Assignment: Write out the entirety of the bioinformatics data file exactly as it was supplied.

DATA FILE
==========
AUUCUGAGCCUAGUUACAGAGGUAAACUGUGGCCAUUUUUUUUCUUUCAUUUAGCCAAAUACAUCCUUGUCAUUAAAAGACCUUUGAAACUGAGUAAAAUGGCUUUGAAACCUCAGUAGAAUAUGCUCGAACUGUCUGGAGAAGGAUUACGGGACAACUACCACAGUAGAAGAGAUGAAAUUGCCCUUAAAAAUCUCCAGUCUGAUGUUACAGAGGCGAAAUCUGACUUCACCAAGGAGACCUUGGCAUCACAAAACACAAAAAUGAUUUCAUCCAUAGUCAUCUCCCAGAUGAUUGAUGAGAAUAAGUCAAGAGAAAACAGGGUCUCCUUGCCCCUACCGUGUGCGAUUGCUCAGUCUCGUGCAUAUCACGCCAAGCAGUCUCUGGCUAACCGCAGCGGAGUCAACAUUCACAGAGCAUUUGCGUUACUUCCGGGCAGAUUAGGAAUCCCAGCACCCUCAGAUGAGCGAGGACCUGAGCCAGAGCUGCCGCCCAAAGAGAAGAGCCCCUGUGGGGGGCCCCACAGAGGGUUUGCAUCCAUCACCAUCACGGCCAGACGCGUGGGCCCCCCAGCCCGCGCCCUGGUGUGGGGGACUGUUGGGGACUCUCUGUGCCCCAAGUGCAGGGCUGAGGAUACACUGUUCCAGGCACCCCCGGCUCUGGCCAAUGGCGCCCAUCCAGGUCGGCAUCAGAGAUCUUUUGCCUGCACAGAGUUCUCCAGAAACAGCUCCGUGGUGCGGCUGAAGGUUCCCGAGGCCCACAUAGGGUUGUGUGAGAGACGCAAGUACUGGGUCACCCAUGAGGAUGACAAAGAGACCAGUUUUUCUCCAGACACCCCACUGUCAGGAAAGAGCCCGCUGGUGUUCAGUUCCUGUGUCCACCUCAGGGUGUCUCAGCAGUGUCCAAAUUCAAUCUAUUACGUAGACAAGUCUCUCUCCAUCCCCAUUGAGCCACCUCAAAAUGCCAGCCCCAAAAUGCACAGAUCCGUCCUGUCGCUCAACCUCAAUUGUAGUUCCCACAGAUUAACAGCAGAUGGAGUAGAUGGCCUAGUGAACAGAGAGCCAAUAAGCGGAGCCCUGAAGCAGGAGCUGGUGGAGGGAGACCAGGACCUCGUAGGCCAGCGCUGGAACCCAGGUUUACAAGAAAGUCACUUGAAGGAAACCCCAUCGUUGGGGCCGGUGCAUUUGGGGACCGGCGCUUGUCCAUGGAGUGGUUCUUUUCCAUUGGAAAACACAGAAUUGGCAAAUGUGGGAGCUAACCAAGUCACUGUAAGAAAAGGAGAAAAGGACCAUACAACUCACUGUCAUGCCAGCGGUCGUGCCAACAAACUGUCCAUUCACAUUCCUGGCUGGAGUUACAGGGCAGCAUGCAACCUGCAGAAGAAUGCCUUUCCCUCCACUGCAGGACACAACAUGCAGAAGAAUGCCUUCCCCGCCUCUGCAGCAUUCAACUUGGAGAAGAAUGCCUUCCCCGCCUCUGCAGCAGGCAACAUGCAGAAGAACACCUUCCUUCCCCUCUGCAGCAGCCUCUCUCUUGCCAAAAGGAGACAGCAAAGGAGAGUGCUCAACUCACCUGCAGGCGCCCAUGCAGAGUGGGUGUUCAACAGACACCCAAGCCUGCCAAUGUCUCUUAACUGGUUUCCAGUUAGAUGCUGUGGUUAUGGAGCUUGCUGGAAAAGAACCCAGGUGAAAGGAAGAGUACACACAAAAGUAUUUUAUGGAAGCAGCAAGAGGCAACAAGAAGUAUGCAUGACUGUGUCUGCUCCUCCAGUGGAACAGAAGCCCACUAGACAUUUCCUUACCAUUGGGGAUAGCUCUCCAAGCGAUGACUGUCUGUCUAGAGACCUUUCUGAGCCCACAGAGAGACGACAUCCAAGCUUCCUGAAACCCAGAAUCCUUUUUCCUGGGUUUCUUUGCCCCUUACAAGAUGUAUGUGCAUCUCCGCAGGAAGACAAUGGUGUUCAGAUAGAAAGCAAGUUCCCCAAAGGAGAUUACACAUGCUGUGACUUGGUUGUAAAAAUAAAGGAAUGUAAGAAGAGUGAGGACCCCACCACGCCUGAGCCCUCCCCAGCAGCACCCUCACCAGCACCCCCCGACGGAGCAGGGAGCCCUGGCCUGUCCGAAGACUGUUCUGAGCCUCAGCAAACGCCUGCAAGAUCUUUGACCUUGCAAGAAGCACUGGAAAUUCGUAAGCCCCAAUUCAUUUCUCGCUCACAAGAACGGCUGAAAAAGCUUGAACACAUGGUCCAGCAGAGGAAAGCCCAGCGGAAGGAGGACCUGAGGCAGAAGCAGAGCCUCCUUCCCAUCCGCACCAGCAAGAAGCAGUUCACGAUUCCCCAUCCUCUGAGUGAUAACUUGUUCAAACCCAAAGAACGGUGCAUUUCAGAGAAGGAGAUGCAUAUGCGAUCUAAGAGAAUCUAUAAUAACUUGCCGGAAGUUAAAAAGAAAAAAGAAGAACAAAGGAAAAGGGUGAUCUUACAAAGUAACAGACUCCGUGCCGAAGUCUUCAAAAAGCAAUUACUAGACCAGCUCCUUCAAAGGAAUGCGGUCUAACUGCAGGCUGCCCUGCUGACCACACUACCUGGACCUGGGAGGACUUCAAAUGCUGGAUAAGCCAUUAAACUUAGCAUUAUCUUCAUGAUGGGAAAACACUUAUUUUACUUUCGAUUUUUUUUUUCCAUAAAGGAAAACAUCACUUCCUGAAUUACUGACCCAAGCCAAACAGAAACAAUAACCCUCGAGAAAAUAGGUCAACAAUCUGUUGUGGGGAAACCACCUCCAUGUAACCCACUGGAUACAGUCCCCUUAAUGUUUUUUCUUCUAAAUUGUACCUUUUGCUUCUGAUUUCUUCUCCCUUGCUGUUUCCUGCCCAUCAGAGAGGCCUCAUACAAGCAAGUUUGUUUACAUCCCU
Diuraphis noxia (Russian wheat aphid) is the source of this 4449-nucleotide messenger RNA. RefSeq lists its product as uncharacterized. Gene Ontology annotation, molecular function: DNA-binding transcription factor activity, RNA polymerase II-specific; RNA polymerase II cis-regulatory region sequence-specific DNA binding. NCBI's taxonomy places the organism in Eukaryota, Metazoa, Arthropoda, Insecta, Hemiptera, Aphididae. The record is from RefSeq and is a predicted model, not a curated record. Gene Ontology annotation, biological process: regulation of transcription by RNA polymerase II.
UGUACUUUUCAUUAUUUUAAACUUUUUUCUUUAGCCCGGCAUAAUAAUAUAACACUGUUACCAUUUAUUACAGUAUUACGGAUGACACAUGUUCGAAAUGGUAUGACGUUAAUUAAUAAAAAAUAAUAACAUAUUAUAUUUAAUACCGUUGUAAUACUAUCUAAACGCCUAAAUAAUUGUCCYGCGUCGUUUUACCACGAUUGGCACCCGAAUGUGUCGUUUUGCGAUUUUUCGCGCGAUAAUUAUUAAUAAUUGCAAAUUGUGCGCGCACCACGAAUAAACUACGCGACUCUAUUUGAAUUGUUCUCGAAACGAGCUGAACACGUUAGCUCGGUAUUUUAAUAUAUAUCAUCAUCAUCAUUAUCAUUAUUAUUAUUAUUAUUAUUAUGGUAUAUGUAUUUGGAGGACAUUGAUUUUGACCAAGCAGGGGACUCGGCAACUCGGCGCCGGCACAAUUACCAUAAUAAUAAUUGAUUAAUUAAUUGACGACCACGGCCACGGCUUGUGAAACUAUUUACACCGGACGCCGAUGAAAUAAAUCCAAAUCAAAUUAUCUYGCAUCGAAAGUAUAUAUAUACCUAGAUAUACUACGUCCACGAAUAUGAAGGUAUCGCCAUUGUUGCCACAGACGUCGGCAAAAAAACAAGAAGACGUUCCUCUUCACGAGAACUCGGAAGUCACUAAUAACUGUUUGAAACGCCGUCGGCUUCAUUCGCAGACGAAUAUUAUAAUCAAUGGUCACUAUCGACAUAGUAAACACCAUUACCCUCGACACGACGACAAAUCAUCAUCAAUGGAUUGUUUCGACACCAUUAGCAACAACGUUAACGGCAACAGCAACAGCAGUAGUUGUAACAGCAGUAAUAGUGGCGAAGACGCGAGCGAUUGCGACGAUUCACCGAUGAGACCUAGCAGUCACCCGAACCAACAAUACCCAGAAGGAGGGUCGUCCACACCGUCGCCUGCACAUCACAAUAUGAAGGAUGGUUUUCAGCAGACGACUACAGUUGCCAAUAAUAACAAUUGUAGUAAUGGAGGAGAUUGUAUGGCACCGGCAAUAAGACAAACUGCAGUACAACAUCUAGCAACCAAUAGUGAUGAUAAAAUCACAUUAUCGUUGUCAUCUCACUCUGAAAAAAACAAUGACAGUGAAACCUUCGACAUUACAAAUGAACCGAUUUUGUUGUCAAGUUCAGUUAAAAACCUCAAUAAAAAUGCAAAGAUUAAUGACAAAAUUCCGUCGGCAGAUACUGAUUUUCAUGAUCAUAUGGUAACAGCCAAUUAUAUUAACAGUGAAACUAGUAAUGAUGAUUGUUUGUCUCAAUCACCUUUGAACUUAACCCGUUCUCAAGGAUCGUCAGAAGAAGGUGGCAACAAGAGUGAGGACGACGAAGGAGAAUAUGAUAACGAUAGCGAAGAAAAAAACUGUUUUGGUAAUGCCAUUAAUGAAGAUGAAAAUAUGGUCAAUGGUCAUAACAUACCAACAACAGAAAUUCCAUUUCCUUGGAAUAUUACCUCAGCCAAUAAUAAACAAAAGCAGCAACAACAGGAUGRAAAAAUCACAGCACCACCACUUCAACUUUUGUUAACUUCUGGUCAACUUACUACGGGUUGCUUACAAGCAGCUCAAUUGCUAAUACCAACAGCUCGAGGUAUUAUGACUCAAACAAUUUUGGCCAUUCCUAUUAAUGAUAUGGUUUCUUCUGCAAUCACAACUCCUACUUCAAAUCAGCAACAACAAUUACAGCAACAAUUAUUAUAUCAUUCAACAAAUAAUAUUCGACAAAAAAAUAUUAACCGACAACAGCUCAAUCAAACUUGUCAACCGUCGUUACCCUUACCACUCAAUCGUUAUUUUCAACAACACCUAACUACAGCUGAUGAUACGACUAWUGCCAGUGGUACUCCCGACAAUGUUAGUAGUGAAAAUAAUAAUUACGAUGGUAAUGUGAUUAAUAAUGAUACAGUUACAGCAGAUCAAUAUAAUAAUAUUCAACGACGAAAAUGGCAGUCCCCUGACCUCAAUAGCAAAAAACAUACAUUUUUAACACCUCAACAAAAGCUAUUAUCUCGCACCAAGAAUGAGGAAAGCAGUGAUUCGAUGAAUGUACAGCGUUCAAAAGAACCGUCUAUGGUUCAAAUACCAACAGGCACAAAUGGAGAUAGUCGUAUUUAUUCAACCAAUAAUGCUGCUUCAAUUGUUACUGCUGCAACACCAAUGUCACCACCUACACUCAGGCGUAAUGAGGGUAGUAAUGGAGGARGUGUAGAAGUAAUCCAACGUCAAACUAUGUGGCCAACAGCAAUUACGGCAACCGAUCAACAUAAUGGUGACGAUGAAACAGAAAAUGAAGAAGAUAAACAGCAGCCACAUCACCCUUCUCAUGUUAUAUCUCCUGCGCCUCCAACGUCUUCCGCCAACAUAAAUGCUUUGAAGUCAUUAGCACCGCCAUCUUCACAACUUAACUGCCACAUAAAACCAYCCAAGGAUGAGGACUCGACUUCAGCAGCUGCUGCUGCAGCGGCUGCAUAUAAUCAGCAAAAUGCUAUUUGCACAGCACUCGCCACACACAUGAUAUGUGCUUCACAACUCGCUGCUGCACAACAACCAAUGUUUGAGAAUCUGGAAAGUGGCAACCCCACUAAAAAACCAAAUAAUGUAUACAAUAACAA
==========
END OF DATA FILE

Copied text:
AUUCUGAGCCUAGUUACAGAGGUAAACUGUGGCCAUUUUUUUUCUUUCAUUUAGCCAAAUACAUCCUUGUCAUUAAAAGACCUUUGAAACUGAGUAAAAUGGCUUUGAAACCUCAGUAGAAUAUGCUCGAACUGUCUGGAGAAGGAUUACGGGACAACUACCACAGUAGAAGAGAUGAAAUUGCCCUUAAAAAUCUCCAGUCUGAUGUUACAGAGGCGAAAUCUGACUUCACCAAGGAGACCUUGGCAUCACAAAACACAAAAAUGAUUUCAUCCAUAGUCAUCUCCCAGAUGAUUGAUGAGAAUAAGUCAAGAGAAAACAGGGUCUCCUUGCCCCUACCGUGUGCGAUUGCUCAGUCUCGUGCAUAUCACGCCAAGCAGUCUCUGGCUAACCGCAGCGGAGUCAACAUUCACAGAGCAUUUGCGUUACUUCCGGGCAGAUUAGGAAUCCCAGCACCCUCAGAUGAGCGAGGACCUGAGCCAGAGCUGCCGCCCAAAGAGAAGAGCCCCUGUGGGGGGCCCCACAGAGGGUUUGCAUCCAUCACCAUCACGGCCAGACGCGUGGGCCCCCCAGCCCGCGCCCUGGUGUGGGGGACUGUUGGGGACUCUCUGUGCCCCAAGUGCAGGGCUGAGGAUACACUGUUCCAGGCACCCCCGGCUCUGGCCAAUGGCGCCCAUCCAGGUCGGCAUCAGAGAUCUUUUGCCUGCACAGAGUUCUCCAGAAACAGCUCCGUGGUGCGGCUGAAGGUUCCCGAGGCCCACAUAGGGUUGUGUGAGAGACGCAAGUACUGGGUCACCCAUGAGGAUGACAAAGAGACCAGUUUUUCUCCAGACACCCCACUGUCAGGAAAGAGCCCGCUGGUGUUCAGUUCCUGUGUCCACCUCAGGGUGUCUCAGCAGUGUCCAAAUUCAAUCUAUUACGUAGACAAGUCUCUCUCCAUCCCCAUUGAGCCACCUCAAAAUGCCAGCCCCAAAAUGCACAGAUCCGUCCUGUCGCUCAACCUCAAUUGUAGUUCCCACAGAUUAACAGCAGAUGGAGUAGAUGGCCUAGUGAACAGAGAGCCAAUAAGCGGAGCCCUGAAGCAGGAGCUGGUGGAGGGAGACCAGGACCUCGUAGGCCAGCGCUGGAACCCAGGUUUACAAGAAAGUCACUUGAAGGAAACCCCAUCGUUGGGGCCGGUGCAUUUGGGGACCGGCGCUUGUCCAUGGAGUGGUUCUUUUCCAUUGGAAAACACAGAAUUGGCAAAUGUGGGAGCUAACCAAGUCACUGUAAGAAAAGGAGAAAAGGACCAUACAACUCACUGUCAUGCCAGCGGUCGUGCCAACAAACUGUCCAUUCACAUUCCUGGCUGGAGUUACAGGGCAGCAUGCAACCUGCAGAAGAAUGCCUUUCCCUCCACUGCAGGACACAACAUGCAGAAGAAUGCCUUCCCCGCCUCUGCAGCAUUCAACUUGGAGAAGAAUGCCUUCCCCGCCUCUGCAGCAGGCAACAUGCAGAAGAACACCUUCCUUCCCCUCUGCAGCAGCCUCUCUCUUGCCAAAAGGAGACAGCAAAGGAGAGUGCUCAACUCACCUGCAGGCGCCCAUGCAGAGUGGGUGUUCAACAGACACCCAAGCCUGCCAAUGUCUCUUAACUGGUUUCCAGUUAGAUGCUGUGGUUAUGGAGCUUGCUGGAAAAGAACCCAGGUGAAAGGAAGAGUACACACAAAAGUAUUUUAUGGAAGCAGCAAGAGGCAACAAGAAGUAUGCAUGACUGUGUCUGCUCCUCCAGUGGAACAGAAGCCCACUAGACAUUUCCUUACCAUUGGGGAUAGCUCUCCAAGCGAUGACUGUCUGUCUAGAGACCUUUCUGAGCCCACAGAGAGACGACAUCCAAGCUUCCUGAAACCCAGAAUCCUUUUUCCUGGGUUUCUUUGCCCCUUACAAGAUGUAUGUGCAUCUCCGCAGGAAGACAAUGGUGUUCAGAUAGAAAGCAAGUUCCCCAAAGGAGAUUACACAUGCUGUGACUUGGUUGUAAAAAUAAAGGAAUGUAAGAAGAGUGAGGACCCCACCACGCCUGAGCCCUCCCCAGCAGCACCCUCACCAGCACCCCCCGACGGAGCAGGGAGCCCUGGCCUGUCCGAAGACUGUUCUGAGCCUCAGCAAACGCCUGCAAGAUCUUUGACCUUGCAAGAAGCACUGGAAAUUCGUAAGCCCCAAUUCAUUUCUCGCUCACAAGAACGGCUGAAAAAGCUUGAACACAUGGUCCAGCAGAGGAAAGCCCAGCGGAAGGAGGACCUGAGGCAGAAGCAGAGCCUCCUUCCCAUCCGCACCAGCAAGAAGCAGUUCACGAUUCCCCAUCCUCUGAGUGAUAACUUGUUCAAACCCAAAGAACGGUGCAUUUCAGAGAAGGAGAUGCAUAUGCGAUCUAAGAGAAUCUAUAAUAACUUGCCGGAAGUUAAAAAGAAAAAAGAAGAACAAAGGAAAAGGGUGAUCUUACAAAGUAACAGACUCCGUGCCGAAGUCUUCAAAAAGCAAUUACUAGACCAGCUCCUUCAAAGGAAUGCGGUCUAACUGCAGGCUGCCCUGCUGACCACACUACCUGGACCUGGGAGGACUUCAAAUGCUGGAUAAGCCAUUAAACUUAGCAUUAUCUUCAUGAUGGGAAAACACUUAUUUUACUUUCGAUUUUUUUUUUCCAUAAAGGAAAACAUCACUUCCUGAAUUACUGACCCAAGCCAAACAGAAACAAUAACCCUCGAGAAAAUAGGUCAACAAUCUGUUGUGGGGAAACCACCUCCAUGUAACCCACUGGAUACAGUCCCCUUAAUGUUUUUUCUUCUAAAUUGUACCUUUUGCUUCUGAUUUCUUCUCCCUUGCUGUUUCCUGCCCAUCAGAGAGGCCUCAUACAAGCAAGUUUGUUUACAUCCCU
Diuraphis noxia (Russian wheat aphid) is the source of this 4449-nucleotide messenger RNA. RefSeq lists its product as uncharacterized. Gene Ontology annotation, molecular function: DNA-binding transcription factor activity, RNA polymerase II-specific; RNA polymerase II cis-regulatory region sequence-specific DNA binding. NCBI's taxonomy places the organism in Eukaryota, Metazoa, Arthropoda, Insecta, Hemiptera, Aphididae. The record is from RefSeq and is a predicted model, not a curated record. Gene Ontology annotation, biological process: regulation of transcription by RNA polymerase II.
UGUACUUUUCAUUAUUUUAAACUUUUUUCUUUAGCCCGGCAUAAUAAUAUAACACUGUUACCAUUUAUUACAGUAUUACGGAUGACACAUGUUCGAAAUGGUAUGACGUUAAUUAAUAAAAAAUAAUAACAUAUUAUAUUUAAUACCGUUGUAAUACUAUCUAAACGCCUAAAUAAUUGUCCYGCGUCGUUUUACCACGAUUGGCACCCGAAUGUGUCGUUUUGCGAUUUUUCGCGCGAUAAUUAUUAAUAAUUGCAAAUUGUGCGCGCACCACGAAUAAACUACGCGACUCUAUUUGAAUUGUUCUCGAAACGAGCUGAACACGUUAGCUCGGUAUUUUAAUAUAUAUCAUCAUCAUCAUUAUCAUUAUUAUUAUUAUUAUUAUUAUGGUAUAUGUAUUUGGAGGACAUUGAUUUUGACCAAGCAGGGGACUCGGCAACUCGGCGCCGGCACAAUUACCAUAAUAAUAAUUGAUUAAUUAAUUGACGACCACGGCCACGGCUUGUGAAACUAUUUACACCGGACGCCGAUGAAAUAAAUCCAAAUCAAAUUAUCUYGCAUCGAAAGUAUAUAUAUACCUAGAUAUACUACGUCCACGAAUAUGAAGGUAUCGCCAUUGUUGCCACAGACGUCGGCAAAAAAACAAGAAGACGUUCCUCUUCACGAGAACUCGGAAGUCACUAAUAACUGUUUGAAACGCCGUCGGCUUCAUUCGCAGACGAAUAUUAUAAUCAAUGGUCACUAUCGACAUAGUAAACACCAUUACCCUCGACACGACGACAAAUCAUCAUCAAUGGAUUGUUUCGACACCAUUAGCAACAACGUUAACGGCAACAGCAACAGCAGUAGUUGUAACAGCAGUAAUAGUGGCGAAGACGCGAGCGAUUGCGACGAUUCACCGAUGAGACCUAGCAGUCACCCGAACCAACAAUACCCAGAAGGAGGGUCGUCCACACCGUCGCCUGCACAUCACAAUAUGAAGGAUGGUUUUCAGCAGACGACUACAGUUGCCAAUAAUAACAAUUGUAGUAAUGGAGGAGAUUGUAUGGCACCGGCAAUAAGACAAACUGCAGUACAACAUCUAGCAACCAAUAGUGAUGAUAAAAUCACAUUAUCGUUGUCAUCUCACUCUGAAAAAAACAAUGACAGUGAAACCUUCGACAUUACAAAUGAACCGAUUUUGUUGUCAAGUUCAGUUAAAAACCUCAAUAAAAAUGCAAAGAUUAAUGACAAAAUUCCGUCGGCAGAUACUGAUUUUCAUGAUCAUAUGGUAACAGCCAAUUAUAUUAACAGUGAAACUAGUAAUGAUGAUUGUUUGUCUCAAUCACCUUUGAACUUAACCCGUUCUCAAGGAUCGUCAGAAGAAGGUGGCAACAAGAGUGAGGACGACGAAGGAGAAUAUGAUAACGAUAGCGAAGAAAAAAACUGUUUUGGUAAUGCCAUUAAUGAAGAUGAAAAUAUGGUCAAUGGUCAUAACAUACCAACAACAGAAAUUCCAUUUCCUUGGAAUAUUACCUCAGCCAAUAAUAAACAAAAGCAGCAACAACAGGAUGRAAAAAUCACAGCACCACCACUUCAACUUUUGUUAACUUCUGGUCAACUUACUACGGGUUGCUUACAAGCAGCUCAAUUGCUAAUACCAACAGCUCGAGGUAUUAUGACUCAAACAAUUUUGGCCAUUCCUAUUAAUGAUAUGGUUUCUUCUGCAAUCACAACUCCUACUUCAAAUCAGCAACAACAAUUACAGCAACAAUUAUUAUAUCAUUCAACAAAUAAUAUUCGACAAAAAAAUAUUAACCGACAACAGCUCAAUCAAACUUGUCAACCGUCGUUACCCUUACCACUCAAUCGUUAUUUUCAACAACACCUAACUACAGCUGAUGAUACGACUAWUGCCAGUGGUACUCCCGACAAUGUUAGUAGUGAAAAUAAUAAUUACGAUGGUAAUGUGAUUAAUAAUGAUACAGUUACAGCAGAUCAAUAUAAUAAUAUUCAACGACGAAAAUGGCAGUCCCCUGACCUCAAUAGCAAAAAACAUACAUUUUUAACACCUCAACAAAAGCUAUUAUCUCGCACCAAGAAUGAGGAAAGCAGUGAUUCGAUGAAUGUACAGCGUUCAAAAGAACCGUCUAUGGUUCAAAUACCAACAGGCACAAAUGGAGAUAGUCGUAUUUAUUCAACCAAUAAUGCUGCUUCAAUUGUUACUGCUGCAACACCAAUGUCACCACCUACACUCAGGCGUAAUGAGGGUAGUAAUGGAGGARGUGUAGAAGUAAUCCAACGUCAAACUAUGUGGCCAACAGCAAUUACGGCAACCGAUCAACAUAAUGGUGACGAUGAAACAGAAAAUGAAGAAGAUAAACAGCAGCCACAUCACCCUUCUCAUGUUAUAUCUCCUGCGCCUCCAACGUCUUCCGCCAACAUAAAUGCUUUGAAGUCAUUAGCACCGCCAUCUUCACAACUUAACUGCCACAUAAAACCAYCCAAGGAUGAGGACUCGACUUCAGCAGCUGCUGCUGCAGCGGCUGCAUAUAAUCAGCAAAAUGCUAUUUGCACAGCACUCGCCACACACAUGAUAUGUGCUUCACAACUCGCUGCUGCACAACAACCAAUGUUUGAGAAUCUGGAAAGUGGCAACCCCACUAAAAAACCAAAUAAUGUAUACAAUAACAA